Like their other 1.5 billion counterparts all over the world, Muslims in Nigeria today celebrate the Eidel Adha, the greater of the two major festivals in Islam. The traditional festival of sacrifice is celebrated with fun and fanfare worldwide, despite the hydra-headed challenges facing us all. Essentially, today’s festival is a symbolism of the faithfulness of the father of faith, Ibrahim (PBUH), the progenitor of the adherents of the revealed religions of Judaism, Christianity and Islam.
Ibrahim was sacrifice personified and the pilgrimage rites in Mecca, which actually heralded this festival, are an attestation to Ibrahim’s unflinching faith: what you were we are; what you did we do.
That pilgrimage itself as a quintessence of sacrifice, of money, time, comfort and other appurtenances of “good life” is wellknown. It is the journey of a lifetime. As it is with opportunity cost, all life is about sacrifice, the virtue of giving away something of value in order to gain something else of more value or avoid a greater loss.
The festival is to calibrate in us the faith of Ibrahim. Ibrahim or Abraham was born to Usha and Azar, the latter a descendant of the Prophet Nuh, in the city of Hara, in modern-day Iraq. He was born during the reign of Namrud, a royal dictator who revelled in self-adulation and idol worship. By the time Ibrahim attained maturity, the senselessness of bowing before carved images had dawned on him and his superb logic of trying the moon and the sun as possible gods and his subsequent renunciation of both in submission to God is portrayed in the Qur’an (2:76-79).
It wasn’t long after Ibrahim’s prophethood that his rejection of idolatry engendered a clash with his father and then absolute King, especially after he demolished the carved images his people called gods. An attempt to burn him alive was futile as God made a mockery of their inferno, a situation which made them banish him and his wife, Sarah.
He had to migrate to Egypt, where he spent many years. It was when he was old that he gave birth to his son, Ismail, through Hajar, a believing lady his wife, Sarah, suggested he should marry in Egypt.
As God would have it, Sarah would also be delivered of a child, Ishaq. Ismail had not weaned before Ibrahim received a vision of settling his family in Becca in Arabia, which lies in a valley within hills and mountains. He pro- ceeded on his journey and it was the fate of the young mother and her son that they would be left in God’s hands as Ibrahim supplicated for them in the desolate region he left them in with little provision.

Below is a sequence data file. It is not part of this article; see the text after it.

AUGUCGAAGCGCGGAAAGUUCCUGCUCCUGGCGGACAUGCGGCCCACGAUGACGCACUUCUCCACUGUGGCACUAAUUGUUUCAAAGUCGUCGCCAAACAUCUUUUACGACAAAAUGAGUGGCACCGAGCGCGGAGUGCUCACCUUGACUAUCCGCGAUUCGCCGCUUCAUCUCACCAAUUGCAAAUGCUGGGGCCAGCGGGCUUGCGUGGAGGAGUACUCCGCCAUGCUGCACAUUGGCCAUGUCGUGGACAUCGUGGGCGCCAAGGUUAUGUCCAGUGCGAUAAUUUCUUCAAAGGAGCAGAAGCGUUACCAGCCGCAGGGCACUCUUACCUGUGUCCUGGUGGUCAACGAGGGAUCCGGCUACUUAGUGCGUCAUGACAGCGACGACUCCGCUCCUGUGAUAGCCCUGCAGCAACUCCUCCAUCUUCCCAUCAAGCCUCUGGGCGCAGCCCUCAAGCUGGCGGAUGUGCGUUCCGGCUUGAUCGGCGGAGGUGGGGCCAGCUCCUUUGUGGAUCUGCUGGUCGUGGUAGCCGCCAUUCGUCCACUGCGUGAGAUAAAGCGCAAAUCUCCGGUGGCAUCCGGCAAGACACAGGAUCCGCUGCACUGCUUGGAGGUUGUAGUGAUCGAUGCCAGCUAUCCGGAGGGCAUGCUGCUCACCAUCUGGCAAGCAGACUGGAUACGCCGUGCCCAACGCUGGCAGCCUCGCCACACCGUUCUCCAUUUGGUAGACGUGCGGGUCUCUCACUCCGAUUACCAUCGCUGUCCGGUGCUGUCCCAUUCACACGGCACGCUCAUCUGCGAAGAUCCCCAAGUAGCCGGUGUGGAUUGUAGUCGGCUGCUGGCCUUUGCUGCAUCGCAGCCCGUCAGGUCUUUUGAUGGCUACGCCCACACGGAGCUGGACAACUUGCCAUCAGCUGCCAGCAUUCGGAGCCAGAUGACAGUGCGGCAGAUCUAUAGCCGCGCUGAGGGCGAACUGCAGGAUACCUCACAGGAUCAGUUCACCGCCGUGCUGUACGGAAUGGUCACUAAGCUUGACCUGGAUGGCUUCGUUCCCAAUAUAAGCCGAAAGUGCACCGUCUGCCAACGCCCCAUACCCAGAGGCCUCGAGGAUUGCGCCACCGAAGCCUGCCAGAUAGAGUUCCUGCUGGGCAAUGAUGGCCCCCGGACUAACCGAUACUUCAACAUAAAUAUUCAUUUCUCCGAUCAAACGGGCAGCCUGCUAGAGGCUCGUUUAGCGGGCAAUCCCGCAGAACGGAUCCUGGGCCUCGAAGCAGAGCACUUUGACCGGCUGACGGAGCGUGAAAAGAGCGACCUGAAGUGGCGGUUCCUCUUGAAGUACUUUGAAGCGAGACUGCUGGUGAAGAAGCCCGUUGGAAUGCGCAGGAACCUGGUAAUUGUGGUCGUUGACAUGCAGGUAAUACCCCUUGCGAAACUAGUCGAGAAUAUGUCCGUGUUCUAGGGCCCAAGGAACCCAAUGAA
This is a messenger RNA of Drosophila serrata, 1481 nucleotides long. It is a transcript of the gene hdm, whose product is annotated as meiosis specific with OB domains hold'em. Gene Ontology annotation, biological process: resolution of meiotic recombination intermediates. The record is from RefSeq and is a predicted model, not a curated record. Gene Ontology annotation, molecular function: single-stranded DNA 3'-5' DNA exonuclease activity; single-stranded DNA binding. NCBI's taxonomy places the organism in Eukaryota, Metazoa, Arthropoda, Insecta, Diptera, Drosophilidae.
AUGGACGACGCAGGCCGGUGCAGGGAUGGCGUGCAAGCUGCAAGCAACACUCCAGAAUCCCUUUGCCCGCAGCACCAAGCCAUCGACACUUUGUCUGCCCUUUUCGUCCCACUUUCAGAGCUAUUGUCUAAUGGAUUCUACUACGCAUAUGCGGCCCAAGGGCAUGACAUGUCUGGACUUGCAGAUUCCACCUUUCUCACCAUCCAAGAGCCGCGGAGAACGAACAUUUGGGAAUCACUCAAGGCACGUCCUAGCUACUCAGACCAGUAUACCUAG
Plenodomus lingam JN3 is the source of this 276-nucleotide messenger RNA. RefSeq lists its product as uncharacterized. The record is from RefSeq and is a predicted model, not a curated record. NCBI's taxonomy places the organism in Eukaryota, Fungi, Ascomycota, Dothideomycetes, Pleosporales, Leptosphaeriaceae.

The young mother’s quest for water made her run seven times between the hills of Safa and Marwa until water sprang forth from the boy’s feet and the prayer of Ibrahim for God’s care was answered.
Ibrahim returned occasionally to visit his family and his son assisted him in rebuilding the first house made for mankind, the Ka’aba, which was then in ruins. It was during one of such visits that Ibrahim had a vision of sacrificing his son. The distressed father discussed the vision with his son and the obedient boy asked his father to do as he was directed by God: sacrifice me! As Ibrahim made to fulfil God’s purpose, he was called, “O Ibrahim!
You have fulfilled the vision. Indeed, we reward those who do right, for this was a clear trial”. God provided him with a ram to sacrifice as he was satisfied with his Prophet’s faithfulness (Quran 37:105).
Pilgrimage to Becca or Mecca was thereafter established with the completion of the Ka’aba by Ibrahim with the assistance of his son, Ismail. Ismail would later give birth to twelve children, including Kidar, who is the progenitor of many Arabs.
It is against the foregoing background that the most enduring lesson of the season is sacrifice, a core component of faith. The corollary of sacrifice is service, working without consideration for self and exerting oneself for the common good or the good of the others.
As Muslims engage in festivities today, the overarching lesson of the season is that life is not all about self, money, power and transient privileges. It is about the sacrifices one can make to add more value to the lives of others. It is about foregoing personal comfort and even entitlements in order to put smiles on the faces of others.
On many occasions, it takes sacrifice to cement friendship and camaraderie. Sacrificing time, money, thoughts and interests is often required to let people know we really care about them. It is not about being right always, it is about being good and caring. For our collective peace and development, owe ourselves a duty of taming the beast of selfishness and materialism that has reduced us to a nation of people without conscience. We need to embrace sacrifice because nothing ventured, nothing gained.
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